When I approached Georgetown, coming from Berbice in the east, I noticed a colourful wall on the right hand side of the road. It was low, did not seem to end, and was covered in advertisements for hair loss, political slogans, statements, and much more. It was only later that I realized that that was the seawall protecting Georgetown against the Atlantic Ocean. The seawall actually covers the entire northern coast of Guyana, but its most famous part is the stretch around Georgetown. Much of the land here is below sea level; some parts of this area were actually washed away by erosion in the early 19th century.
The seawall is a concrete structure, closely following the coastline. It is a low wall: when you stand in front of it, you can easily see the ocean behind it. It has not always been able to protect Georgetown against high tides: even after completion of the seawall in the 19th century, the city has known several severe floods. On the other hand, when there is excessive rainfall, the water has to be directed to the ocean. For this reason, the seawall has so-called kokers, which control in- and outflow of water through the seawall. Currently, it is being debated whether the capital should be moved more inland as a safer place for its inhabitants. It would mean reversing the decision of the French in 1782 to move the capital from a location upstream the Demerara river.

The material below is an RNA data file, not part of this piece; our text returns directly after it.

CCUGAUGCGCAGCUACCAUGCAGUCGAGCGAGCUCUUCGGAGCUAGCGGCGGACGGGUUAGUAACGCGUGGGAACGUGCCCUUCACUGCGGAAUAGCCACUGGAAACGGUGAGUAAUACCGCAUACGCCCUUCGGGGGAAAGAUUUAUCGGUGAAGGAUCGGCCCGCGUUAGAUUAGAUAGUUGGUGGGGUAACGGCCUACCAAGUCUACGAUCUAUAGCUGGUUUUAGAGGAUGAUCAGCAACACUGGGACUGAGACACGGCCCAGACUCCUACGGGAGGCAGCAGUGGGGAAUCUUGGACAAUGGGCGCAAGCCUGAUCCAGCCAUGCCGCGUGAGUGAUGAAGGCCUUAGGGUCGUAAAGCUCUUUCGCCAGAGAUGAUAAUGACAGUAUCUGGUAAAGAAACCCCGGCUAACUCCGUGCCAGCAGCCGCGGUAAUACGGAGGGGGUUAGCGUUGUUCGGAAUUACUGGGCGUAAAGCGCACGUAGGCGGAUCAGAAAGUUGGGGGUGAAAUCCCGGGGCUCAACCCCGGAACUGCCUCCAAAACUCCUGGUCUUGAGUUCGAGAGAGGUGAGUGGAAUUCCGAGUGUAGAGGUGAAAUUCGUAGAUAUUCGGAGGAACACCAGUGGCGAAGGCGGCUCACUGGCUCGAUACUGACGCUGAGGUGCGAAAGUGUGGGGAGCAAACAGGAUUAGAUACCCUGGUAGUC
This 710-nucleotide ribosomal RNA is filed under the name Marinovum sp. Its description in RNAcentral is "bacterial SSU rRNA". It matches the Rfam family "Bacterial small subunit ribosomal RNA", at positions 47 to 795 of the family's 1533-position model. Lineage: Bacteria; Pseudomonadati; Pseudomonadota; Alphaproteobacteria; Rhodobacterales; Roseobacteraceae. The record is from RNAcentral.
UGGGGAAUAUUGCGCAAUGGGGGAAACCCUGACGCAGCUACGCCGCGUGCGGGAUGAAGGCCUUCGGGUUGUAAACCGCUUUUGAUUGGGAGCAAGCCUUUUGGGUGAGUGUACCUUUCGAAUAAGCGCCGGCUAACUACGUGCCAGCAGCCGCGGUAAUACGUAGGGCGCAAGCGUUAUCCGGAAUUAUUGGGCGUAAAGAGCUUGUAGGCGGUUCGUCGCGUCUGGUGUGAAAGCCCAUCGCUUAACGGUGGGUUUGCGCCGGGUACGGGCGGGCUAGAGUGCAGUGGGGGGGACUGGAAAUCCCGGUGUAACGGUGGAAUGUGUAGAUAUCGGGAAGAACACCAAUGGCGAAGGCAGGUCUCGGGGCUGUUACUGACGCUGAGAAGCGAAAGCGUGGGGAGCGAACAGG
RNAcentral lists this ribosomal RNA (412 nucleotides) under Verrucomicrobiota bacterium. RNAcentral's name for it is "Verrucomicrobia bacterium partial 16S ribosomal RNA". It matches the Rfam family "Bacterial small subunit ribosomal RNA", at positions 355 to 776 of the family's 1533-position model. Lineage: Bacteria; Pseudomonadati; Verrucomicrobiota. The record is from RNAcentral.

More than just a defensive construction against the ocean, the Georgetown seawall has acquired many more functions. Not only used as an obvious place for advertisement, it also attracts crowds on Sunday who come here to relax, picnic, play music and dance, runners use the wall for their training, cyclists ride the top, people come to pray or just go for a stroll. Which is exactly what I did one morning; I walked the seawall, mostly straight, but sometimes curved, just as the terrain dictates. While walking on top of the wall, you can clearly see how the land behind it is lower than the sea - a strange sensation. At one point, the wall got narrower and I continued walking next to it. It gave me a better position to study the writings on the wall before returning to the city.
Around the World in 80 Clicks
Personal travel impressions both in words and images from Georgetown seawall (Guyana). Clicking on the pictures enlarges them and enables you to send the picture as a free e-card or download it for personal use, for instance, on your weblog. Or click on the map above to visit more places close to Georgetown seawall. Read more about this site.